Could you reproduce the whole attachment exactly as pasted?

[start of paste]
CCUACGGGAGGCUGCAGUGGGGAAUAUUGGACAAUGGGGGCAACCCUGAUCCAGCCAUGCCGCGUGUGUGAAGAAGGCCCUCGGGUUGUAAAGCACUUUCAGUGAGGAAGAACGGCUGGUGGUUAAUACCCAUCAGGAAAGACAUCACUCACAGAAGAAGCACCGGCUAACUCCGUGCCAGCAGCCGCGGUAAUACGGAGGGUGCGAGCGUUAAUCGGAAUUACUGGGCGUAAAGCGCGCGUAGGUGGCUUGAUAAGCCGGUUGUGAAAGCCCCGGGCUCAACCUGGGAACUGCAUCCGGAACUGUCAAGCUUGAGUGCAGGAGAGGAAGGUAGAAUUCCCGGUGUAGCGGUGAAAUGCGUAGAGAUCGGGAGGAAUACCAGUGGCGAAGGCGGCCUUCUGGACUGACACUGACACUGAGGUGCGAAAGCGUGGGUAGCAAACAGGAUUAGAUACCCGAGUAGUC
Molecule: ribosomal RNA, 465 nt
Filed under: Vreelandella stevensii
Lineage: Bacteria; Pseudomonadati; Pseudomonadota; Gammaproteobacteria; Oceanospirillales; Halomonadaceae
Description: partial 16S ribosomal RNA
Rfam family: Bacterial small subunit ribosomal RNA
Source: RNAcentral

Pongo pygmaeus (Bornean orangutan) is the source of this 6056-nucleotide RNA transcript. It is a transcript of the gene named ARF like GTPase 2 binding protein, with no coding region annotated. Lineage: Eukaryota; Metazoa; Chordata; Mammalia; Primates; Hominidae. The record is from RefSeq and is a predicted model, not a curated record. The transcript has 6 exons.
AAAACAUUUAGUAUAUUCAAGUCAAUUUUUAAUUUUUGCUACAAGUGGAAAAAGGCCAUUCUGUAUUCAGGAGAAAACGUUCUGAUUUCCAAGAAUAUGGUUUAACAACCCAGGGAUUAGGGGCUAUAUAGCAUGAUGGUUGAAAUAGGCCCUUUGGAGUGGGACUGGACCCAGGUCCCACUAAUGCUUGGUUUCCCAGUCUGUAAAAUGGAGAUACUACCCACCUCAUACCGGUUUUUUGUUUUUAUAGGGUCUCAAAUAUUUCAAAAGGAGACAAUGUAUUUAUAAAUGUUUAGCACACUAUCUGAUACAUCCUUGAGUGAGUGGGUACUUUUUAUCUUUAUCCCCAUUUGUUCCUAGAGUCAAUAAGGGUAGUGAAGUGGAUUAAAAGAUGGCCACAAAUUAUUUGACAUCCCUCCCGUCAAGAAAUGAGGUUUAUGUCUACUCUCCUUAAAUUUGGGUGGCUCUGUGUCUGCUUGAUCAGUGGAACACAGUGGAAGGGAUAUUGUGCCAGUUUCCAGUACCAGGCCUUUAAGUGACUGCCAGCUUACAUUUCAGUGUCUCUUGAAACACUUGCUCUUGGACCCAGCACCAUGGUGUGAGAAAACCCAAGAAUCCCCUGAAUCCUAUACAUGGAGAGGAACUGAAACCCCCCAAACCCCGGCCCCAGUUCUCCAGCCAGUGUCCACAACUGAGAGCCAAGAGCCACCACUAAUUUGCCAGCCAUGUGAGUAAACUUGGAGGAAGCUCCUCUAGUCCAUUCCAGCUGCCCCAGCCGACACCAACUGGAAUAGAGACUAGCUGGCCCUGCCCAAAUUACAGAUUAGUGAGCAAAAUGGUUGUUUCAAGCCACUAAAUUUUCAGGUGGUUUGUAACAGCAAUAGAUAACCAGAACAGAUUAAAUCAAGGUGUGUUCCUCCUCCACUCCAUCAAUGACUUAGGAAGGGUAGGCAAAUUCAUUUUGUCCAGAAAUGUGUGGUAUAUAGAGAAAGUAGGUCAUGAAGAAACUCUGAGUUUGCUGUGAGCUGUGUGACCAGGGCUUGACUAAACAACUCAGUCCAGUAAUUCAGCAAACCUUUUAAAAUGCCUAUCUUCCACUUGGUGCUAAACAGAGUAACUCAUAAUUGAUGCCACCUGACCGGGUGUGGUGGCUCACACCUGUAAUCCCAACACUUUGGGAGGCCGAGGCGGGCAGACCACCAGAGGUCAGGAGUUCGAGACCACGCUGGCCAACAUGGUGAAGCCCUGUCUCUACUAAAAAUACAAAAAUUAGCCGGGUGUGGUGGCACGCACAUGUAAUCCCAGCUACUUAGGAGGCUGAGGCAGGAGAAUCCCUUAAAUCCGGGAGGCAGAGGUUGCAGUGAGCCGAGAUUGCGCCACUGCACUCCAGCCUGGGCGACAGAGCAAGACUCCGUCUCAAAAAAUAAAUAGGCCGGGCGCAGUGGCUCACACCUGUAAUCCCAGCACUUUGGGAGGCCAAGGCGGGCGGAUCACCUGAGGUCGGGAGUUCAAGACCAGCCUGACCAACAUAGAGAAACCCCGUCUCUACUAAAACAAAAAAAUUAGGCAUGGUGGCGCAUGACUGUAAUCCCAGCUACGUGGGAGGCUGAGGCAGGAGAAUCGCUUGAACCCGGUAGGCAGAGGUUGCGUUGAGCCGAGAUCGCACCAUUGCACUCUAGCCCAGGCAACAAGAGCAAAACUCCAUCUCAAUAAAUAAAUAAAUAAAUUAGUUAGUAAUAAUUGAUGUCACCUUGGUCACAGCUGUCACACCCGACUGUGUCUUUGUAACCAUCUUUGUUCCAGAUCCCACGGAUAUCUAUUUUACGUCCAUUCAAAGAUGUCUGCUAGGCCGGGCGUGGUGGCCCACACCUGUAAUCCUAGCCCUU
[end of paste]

CCUACGGGAGGCUGCAGUGGGGAAUAUUGGACAAUGGGGGCAACCCUGAUCCAGCCAUGCCGCGUGUGUGAAGAAGGCCCUCGGGUUGUAAAGCACUUUCAGUGAGGAAGAACGGCUGGUGGUUAAUACCCAUCAGGAAAGACAUCACUCACAGAAGAAGCACCGGCUAACUCCGUGCCAGCAGCCGCGGUAAUACGGAGGGUGCGAGCGUUAAUCGGAAUUACUGGGCGUAAAGCGCGCGUAGGUGGCUUGAUAAGCCGGUUGUGAAAGCCCCGGGCUCAACCUGGGAACUGCAUCCGGAACUGUCAAGCUUGAGUGCAGGAGAGGAAGGUAGAAUUCCCGGUGUAGCGGUGAAAUGCGUAGAGAUCGGGAGGAAUACCAGUGGCGAAGGCGGCCUUCUGGACUGACACUGACACUGAGGUGCGAAAGCGUGGGUAGCAAACAGGAUUAGAUACCCGAGUAGUC
Molecule: ribosomal RNA, 465 nt
Filed under: Vreelandella stevensii
Lineage: Bacteria; Pseudomonadati; Pseudomonadota; Gammaproteobacteria; Oceanospirillales; Halomonadaceae
Description: partial 16S ribosomal RNA
Rfam family: Bacterial small subunit ribosomal RNA
Source: RNAcentral

Pongo pygmaeus (Bornean orangutan) is the source of this 6056-nucleotide RNA transcript. It is a transcript of the gene named ARF like GTPase 2 binding protein, with no coding region annotated. Lineage: Eukaryota; Metazoa; Chordata; Mammalia; Primates; Hominidae. The record is from RefSeq and is a predicted model, not a curated record. The transcript has 6 exons.
AAAACAUUUAGUAUAUUCAAGUCAAUUUUUAAUUUUUGCUACAAGUGGAAAAAGGCCAUUCUGUAUUCAGGAGAAAACGUUCUGAUUUCCAAGAAUAUGGUUUAACAACCCAGGGAUUAGGGGCUAUAUAGCAUGAUGGUUGAAAUAGGCCCUUUGGAGUGGGACUGGACCCAGGUCCCACUAAUGCUUGGUUUCCCAGUCUGUAAAAUGGAGAUACUACCCACCUCAUACCGGUUUUUUGUUUUUAUAGGGUCUCAAAUAUUUCAAAAGGAGACAAUGUAUUUAUAAAUGUUUAGCACACUAUCUGAUACAUCCUUGAGUGAGUGGGUACUUUUUAUCUUUAUCCCCAUUUGUUCCUAGAGUCAAUAAGGGUAGUGAAGUGGAUUAAAAGAUGGCCACAAAUUAUUUGACAUCCCUCCCGUCAAGAAAUGAGGUUUAUGUCUACUCUCCUUAAAUUUGGGUGGCUCUGUGUCUGCUUGAUCAGUGGAACACAGUGGAAGGGAUAUUGUGCCAGUUUCCAGUACCAGGCCUUUAAGUGACUGCCAGCUUACAUUUCAGUGUCUCUUGAAACACUUGCUCUUGGACCCAGCACCAUGGUGUGAGAAAACCCAAGAAUCCCCUGAAUCCUAUACAUGGAGAGGAACUGAAACCCCCCAAACCCCGGCCCCAGUUCUCCAGCCAGUGUCCACAACUGAGAGCCAAGAGCCACCACUAAUUUGCCAGCCAUGUGAGUAAACUUGGAGGAAGCUCCUCUAGUCCAUUCCAGCUGCCCCAGCCGACACCAACUGGAAUAGAGACUAGCUGGCCCUGCCCAAAUUACAGAUUAGUGAGCAAAAUGGUUGUUUCAAGCCACUAAAUUUUCAGGUGGUUUGUAACAGCAAUAGAUAACCAGAACAGAUUAAAUCAAGGUGUGUUCCUCCUCCACUCCAUCAAUGACUUAGGAAGGGUAGGCAAAUUCAUUUUGUCCAGAAAUGUGUGGUAUAUAGAGAAAGUAGGUCAUGAAGAAACUCUGAGUUUGCUGUGAGCUGUGUGACCAGGGCUUGACUAAACAACUCAGUCCAGUAAUUCAGCAAACCUUUUAAAAUGCCUAUCUUCCACUUGGUGCUAAACAGAGUAACUCAUAAUUGAUGCCACCUGACCGGGUGUGGUGGCUCACACCUGUAAUCCCAACACUUUGGGAGGCCGAGGCGGGCAGACCACCAGAGGUCAGGAGUUCGAGACCACGCUGGCCAACAUGGUGAAGCCCUGUCUCUACUAAAAAUACAAAAAUUAGCCGGGUGUGGUGGCACGCACAUGUAAUCCCAGCUACUUAGGAGGCUGAGGCAGGAGAAUCCCUUAAAUCCGGGAGGCAGAGGUUGCAGUGAGCCGAGAUUGCGCCACUGCACUCCAGCCUGGGCGACAGAGCAAGACUCCGUCUCAAAAAAUAAAUAGGCCGGGCGCAGUGGCUCACACCUGUAAUCCCAGCACUUUGGGAGGCCAAGGCGGGCGGAUCACCUGAGGUCGGGAGUUCAAGACCAGCCUGACCAACAUAGAGAAACCCCGUCUCUACUAAAACAAAAAAAUUAGGCAUGGUGGCGCAUGACUGUAAUCCCAGCUACGUGGGAGGCUGAGGCAGGAGAAUCGCUUGAACCCGGUAGGCAGAGGUUGCGUUGAGCCGAGAUCGCACCAUUGCACUCUAGCCCAGGCAACAAGAGCAAAACUCCAUCUCAAUAAAUAAAUAAAUAAAUUAGUUAGUAAUAAUUGAUGUCACCUUGGUCACAGCUGUCACACCCGACUGUGUCUUUGUAACCAUCUUUGUUCCAGAUCCCACGGAUAUCUAUUUUACGUCCAUUCAAAGAUGUCUGCUAGGCCGGGCGUGGUGGCCCACACCUGUAAUCCUAGCCCUU